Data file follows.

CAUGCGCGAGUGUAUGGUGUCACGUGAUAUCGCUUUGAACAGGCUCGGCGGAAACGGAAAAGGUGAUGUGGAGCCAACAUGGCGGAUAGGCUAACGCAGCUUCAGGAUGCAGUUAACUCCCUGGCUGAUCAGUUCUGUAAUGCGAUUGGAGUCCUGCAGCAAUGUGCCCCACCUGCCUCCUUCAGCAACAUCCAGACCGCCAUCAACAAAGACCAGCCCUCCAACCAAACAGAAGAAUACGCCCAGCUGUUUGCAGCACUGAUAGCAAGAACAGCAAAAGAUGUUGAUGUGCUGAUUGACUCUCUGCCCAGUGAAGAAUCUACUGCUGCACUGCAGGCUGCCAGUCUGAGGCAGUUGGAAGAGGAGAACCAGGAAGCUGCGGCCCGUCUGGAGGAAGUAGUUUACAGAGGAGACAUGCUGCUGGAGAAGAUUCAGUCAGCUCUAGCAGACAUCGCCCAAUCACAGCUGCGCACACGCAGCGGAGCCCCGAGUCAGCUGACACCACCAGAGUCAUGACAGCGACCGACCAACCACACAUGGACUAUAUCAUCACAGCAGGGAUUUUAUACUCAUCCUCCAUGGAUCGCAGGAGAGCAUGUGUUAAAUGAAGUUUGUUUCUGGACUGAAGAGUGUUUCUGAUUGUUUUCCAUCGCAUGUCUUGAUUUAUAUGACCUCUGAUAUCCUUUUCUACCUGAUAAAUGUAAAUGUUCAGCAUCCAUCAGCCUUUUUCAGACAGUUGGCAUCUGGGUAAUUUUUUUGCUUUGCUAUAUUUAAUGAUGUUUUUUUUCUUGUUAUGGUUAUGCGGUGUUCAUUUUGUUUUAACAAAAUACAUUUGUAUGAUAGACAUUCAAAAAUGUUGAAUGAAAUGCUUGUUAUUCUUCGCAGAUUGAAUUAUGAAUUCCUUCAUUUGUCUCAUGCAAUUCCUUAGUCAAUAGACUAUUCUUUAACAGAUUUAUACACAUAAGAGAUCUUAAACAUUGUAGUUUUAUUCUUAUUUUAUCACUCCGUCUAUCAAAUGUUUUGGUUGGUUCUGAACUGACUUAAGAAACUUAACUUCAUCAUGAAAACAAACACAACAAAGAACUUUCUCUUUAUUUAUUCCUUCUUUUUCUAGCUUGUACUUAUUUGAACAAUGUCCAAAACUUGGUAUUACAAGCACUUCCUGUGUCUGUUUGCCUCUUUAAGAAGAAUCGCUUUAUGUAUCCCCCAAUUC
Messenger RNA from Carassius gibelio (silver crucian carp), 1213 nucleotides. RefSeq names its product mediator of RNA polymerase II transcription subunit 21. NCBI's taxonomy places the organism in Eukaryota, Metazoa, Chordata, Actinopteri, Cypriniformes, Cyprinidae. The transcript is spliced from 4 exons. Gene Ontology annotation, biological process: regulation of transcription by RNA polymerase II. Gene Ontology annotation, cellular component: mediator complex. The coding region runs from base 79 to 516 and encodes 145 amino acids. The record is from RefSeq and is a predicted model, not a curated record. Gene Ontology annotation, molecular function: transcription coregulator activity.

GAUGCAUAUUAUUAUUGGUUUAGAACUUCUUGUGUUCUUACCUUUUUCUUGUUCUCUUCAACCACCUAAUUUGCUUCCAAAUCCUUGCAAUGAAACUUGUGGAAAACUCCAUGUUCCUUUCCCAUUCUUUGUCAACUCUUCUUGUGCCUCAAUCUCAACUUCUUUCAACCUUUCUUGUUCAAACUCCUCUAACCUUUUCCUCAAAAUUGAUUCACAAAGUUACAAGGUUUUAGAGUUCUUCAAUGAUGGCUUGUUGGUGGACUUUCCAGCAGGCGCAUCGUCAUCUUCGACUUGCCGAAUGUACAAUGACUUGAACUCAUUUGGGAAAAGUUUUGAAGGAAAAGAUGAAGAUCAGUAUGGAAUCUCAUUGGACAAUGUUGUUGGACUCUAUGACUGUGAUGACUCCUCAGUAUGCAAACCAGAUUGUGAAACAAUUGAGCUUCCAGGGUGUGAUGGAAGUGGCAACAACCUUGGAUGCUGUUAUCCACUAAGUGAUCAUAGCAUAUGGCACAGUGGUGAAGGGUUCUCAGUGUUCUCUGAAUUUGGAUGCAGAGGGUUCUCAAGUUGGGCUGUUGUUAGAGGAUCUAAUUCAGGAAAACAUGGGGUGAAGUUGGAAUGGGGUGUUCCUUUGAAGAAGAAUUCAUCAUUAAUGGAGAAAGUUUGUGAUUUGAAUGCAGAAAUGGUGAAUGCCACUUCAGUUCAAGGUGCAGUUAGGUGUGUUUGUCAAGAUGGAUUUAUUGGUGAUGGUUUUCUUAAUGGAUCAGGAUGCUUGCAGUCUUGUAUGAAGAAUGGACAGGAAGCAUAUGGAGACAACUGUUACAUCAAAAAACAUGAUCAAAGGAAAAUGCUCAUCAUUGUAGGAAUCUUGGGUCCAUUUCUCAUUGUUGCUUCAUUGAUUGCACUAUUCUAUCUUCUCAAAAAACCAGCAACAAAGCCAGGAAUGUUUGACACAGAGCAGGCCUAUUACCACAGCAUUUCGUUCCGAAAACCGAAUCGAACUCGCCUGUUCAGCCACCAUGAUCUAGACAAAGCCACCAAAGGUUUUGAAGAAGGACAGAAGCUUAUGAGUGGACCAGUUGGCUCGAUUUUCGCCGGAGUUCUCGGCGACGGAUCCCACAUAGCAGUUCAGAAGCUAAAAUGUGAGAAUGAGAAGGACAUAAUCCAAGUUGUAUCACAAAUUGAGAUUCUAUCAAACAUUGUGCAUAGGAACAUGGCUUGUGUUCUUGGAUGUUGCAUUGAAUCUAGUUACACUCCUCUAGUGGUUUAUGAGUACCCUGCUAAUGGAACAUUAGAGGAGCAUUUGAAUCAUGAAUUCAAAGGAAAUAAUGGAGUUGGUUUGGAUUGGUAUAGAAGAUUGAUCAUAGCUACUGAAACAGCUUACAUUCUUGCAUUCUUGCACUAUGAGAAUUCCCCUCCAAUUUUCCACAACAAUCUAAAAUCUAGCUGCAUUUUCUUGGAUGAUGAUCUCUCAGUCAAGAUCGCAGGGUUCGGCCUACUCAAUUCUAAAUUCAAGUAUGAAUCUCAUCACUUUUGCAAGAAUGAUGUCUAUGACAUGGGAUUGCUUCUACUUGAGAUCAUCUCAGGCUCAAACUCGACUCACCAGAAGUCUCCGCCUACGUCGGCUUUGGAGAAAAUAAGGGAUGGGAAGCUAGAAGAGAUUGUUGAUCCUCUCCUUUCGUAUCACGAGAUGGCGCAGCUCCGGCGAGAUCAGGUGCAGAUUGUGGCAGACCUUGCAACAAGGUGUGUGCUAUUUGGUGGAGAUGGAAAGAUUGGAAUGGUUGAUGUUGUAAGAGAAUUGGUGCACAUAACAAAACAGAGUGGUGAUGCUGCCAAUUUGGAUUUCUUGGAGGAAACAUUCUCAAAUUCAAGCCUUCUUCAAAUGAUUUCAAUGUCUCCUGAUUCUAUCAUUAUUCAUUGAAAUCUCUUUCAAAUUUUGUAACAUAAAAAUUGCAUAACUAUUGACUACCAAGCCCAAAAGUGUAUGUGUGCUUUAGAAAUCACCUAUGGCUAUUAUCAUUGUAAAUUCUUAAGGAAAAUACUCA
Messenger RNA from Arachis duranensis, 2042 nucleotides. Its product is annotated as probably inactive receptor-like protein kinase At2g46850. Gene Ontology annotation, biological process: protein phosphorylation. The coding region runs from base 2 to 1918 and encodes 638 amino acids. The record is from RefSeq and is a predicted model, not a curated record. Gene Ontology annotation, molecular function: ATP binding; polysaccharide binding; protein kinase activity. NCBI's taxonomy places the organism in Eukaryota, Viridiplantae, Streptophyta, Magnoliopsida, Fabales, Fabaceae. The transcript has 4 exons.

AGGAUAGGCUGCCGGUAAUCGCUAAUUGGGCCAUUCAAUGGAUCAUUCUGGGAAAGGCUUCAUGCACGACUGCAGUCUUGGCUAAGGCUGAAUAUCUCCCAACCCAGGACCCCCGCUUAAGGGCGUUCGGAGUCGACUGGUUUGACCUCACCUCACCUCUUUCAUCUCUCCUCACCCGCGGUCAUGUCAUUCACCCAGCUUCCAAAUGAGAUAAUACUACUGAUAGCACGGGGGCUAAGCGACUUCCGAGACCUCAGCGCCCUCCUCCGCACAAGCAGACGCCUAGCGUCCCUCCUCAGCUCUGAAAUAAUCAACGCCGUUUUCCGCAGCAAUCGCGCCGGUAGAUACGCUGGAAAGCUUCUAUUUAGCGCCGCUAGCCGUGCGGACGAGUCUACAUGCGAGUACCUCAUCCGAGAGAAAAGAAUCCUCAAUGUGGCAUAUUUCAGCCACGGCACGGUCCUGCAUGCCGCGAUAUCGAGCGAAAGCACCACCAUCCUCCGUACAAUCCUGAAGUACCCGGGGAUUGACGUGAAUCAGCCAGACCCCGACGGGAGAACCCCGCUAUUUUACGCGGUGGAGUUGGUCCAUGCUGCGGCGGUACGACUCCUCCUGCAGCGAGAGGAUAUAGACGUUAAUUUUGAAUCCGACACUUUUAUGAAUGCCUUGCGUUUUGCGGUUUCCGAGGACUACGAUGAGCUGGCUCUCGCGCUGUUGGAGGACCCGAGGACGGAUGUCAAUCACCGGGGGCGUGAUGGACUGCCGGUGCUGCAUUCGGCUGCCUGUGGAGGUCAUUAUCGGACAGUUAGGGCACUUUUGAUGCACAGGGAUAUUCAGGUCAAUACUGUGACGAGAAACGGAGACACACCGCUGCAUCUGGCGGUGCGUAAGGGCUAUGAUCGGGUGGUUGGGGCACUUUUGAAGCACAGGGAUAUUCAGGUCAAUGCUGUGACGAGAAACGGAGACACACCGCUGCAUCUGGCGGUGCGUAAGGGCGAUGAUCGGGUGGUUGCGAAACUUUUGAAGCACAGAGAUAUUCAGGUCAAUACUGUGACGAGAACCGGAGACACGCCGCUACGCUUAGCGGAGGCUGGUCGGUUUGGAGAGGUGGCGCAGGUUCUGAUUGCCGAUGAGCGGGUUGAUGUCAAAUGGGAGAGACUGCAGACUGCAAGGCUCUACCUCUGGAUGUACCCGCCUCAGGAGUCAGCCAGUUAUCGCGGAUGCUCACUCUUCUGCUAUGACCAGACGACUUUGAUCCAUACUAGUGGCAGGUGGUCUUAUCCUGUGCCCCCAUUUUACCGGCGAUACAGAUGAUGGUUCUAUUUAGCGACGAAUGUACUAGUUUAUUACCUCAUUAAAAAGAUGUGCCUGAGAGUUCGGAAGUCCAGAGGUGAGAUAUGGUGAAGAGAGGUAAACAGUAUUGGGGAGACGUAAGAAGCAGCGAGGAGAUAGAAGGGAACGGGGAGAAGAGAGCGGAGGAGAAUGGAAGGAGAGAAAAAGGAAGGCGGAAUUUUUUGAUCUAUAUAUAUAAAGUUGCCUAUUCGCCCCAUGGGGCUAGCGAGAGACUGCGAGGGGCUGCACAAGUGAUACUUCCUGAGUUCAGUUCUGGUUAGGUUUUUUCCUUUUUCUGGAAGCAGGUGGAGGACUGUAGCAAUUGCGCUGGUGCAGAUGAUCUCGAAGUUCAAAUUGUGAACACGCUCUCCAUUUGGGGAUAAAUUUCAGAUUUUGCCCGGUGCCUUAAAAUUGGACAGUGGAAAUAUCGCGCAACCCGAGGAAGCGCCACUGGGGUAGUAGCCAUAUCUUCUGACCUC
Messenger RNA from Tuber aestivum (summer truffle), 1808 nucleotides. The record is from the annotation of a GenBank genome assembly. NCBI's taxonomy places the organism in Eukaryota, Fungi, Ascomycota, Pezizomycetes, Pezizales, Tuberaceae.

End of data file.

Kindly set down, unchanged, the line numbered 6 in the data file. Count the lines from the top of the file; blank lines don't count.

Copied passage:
Messenger RNA from Tuber aestivum (summer truffle), 1808 nucleotides. The record is from the annotation of a GenBank genome assembly. NCBI's taxonomy places the organism in Eukaryota, Fungi, Ascomycota, Pezizomycetes, Pezizales, Tuberaceae.